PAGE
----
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📓 Simplifying Business Logic with Properties

We're going to learn about an important concept in this lesson: C# properties. Yes, properties! These do in fact exist in C#, but they are nothing like JavaScript properties.

C# Properties: A Shortcut to Writing Getter and Setter Methods


In C#, a property is a mechanism that we can add to our classes to read, write, and compute the value of class fields. By "mechanism" we really mean that properties are a special type of public method that allows us to access class fields; however, properties do NOT look like typical methods and instead have special syntax.

If properties are special methods that allow us to access our class's fields, why do we need them? We already have our getter and setter methods that do just that! The short answer is that properties are a syntactic shortcut to creating public getter and setter methods.

Let's refactor our Shape Tracker Triangle logic to use a property. To do this we're going to do three things:

  • Remove the getter and setter methods for our private _side1 field. We'll only change one field to use a property and leave the rest as they are.
  • Add in a property that corresponds to the _side1 field.
  • Update our UI logic in Program.cs to use the property.

Let's start by removing the getters and setters for _side1. This is what our updated Triangle.cs should look like (with some code omitted for brevity):

Models/Triangle.cs
using System.Collections.Generic;

namespace ShapeTracker.Models
{
public class Triangle
{
private int _side1;
private int _side2;
private int _side3;
private static List<Triangle> _instances = new List<Triangle> {};

public Triangle(int length1, int length2, int length3)
{
... // omitted for brevity
}

public int GetSide2()
{
return _side2;
}

public int GetSide3()
{
return _side3;
}

public void SetSide2(int newSide)
{
_side2 = newSide;
}

public void SetSide3(int newSide)
{
_side3 = newSide;
}

public string CheckType()
{
... // omitted for brevity
}

public static List<Triangle> GetAll()
{
return _instances;
}

public static void ClearAll()
{
_instances.Clear();
}
}
}

Next, we'll add a property for the _side1 field:

Models/Triangle.cs
using System.Collections.Generic;

namespace ShapeTracker.Models
{
public class Triangle
{
private int _side1;
// new code below!
public int Side1
{
get { return _side1; }
set { _side1 = value; }
}
// new code above!
private int _side2;
private int _side3;
private static List<Triangle> _instances = new List<Triangle> {};

public Triangle(int length1, int length2, int length3)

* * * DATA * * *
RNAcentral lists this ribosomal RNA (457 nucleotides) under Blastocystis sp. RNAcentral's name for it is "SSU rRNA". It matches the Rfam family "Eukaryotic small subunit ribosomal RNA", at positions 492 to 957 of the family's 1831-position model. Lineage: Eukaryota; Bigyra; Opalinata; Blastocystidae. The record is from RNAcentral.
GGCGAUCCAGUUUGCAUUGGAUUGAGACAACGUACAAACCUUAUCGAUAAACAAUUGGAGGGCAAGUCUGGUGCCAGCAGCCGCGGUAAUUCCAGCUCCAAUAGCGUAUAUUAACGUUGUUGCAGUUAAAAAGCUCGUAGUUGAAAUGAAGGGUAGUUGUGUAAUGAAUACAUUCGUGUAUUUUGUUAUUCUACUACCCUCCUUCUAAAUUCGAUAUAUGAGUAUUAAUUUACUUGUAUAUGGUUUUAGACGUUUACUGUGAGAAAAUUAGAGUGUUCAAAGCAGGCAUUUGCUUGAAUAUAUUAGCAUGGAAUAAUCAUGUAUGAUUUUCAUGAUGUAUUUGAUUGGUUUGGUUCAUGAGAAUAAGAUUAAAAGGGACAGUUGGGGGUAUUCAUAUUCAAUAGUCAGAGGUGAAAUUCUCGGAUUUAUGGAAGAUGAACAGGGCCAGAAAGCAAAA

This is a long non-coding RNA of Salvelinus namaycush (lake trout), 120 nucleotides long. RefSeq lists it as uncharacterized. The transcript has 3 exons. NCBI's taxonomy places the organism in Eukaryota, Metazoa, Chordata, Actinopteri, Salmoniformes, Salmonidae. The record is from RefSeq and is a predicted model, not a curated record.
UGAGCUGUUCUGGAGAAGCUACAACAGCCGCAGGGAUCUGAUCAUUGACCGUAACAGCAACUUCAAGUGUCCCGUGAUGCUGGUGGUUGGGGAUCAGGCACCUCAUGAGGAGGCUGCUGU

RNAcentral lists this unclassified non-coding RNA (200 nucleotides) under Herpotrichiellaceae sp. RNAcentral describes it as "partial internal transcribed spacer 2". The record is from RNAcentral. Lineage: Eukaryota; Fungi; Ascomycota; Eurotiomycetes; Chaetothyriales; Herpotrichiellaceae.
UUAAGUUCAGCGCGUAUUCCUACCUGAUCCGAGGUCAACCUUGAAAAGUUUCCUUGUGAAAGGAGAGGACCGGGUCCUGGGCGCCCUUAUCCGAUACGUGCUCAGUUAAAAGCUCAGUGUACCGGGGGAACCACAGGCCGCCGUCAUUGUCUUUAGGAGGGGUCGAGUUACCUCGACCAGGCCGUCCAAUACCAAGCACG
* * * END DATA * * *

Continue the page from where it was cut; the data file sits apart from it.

{
... // omitted for brevity
}

... // omitted for brevity
}
}

Our property is called Side1, using Pascal case. Our property's type and name matches the type and name of its corresponding field. These values don't have to match, though it is most typical that they do.

Our property is listed as public so that we can access it outside of the class.

Unlike typical methods, properties don't have parens. They do however have curly brackets within which we define how our property should access its corresponding field (what we might call the method body). We use special keywords get and set to define getter and setter actions:

  • Within get we simply return the private field _side1.
  • Within set we assigned the private field _side1 to a new value, represented by another special keyword value.

To better understand how the Side1 property provides getter and setter action, let's see an example of how we would use Side1 to access the private field _side1:

Triangle myTri = new Triangle(4,55,6);
myTri.Side1;
// returns 4
myTri.Side1 = 12;
myTri.Side1;
// returns 12

As we can see, the syntax to access or update the value of a public property looks the exact same as when we access or update a public field. While they look the same, it's in fact very different. The big difference in this case is that we're using a public property that allows us to access a private field, which means we're adhering to the best practice of encapsulation. Remember — we use encapsulation when we hide the internal state and functionality of an object (like making fields private) and only allow access through a public set of methods (like getter and setter methods).

The last task we need to do to complete our refactor to using a property is updating Program.cs:

  • All instances of tri.SetSide1(stringNumber1) need to be updated to tri.Side1 = stringNumber1.
  • All instances of tri.GetSide1() need to be updated to tri.Side1.

Here is what our updated Program.cs should look like (with some code omitted for brevity):

Program.cs
using System;
using ShapeTracker.Models;
using System.Collections.Generic;

namespace ShapeTracker
{
class Program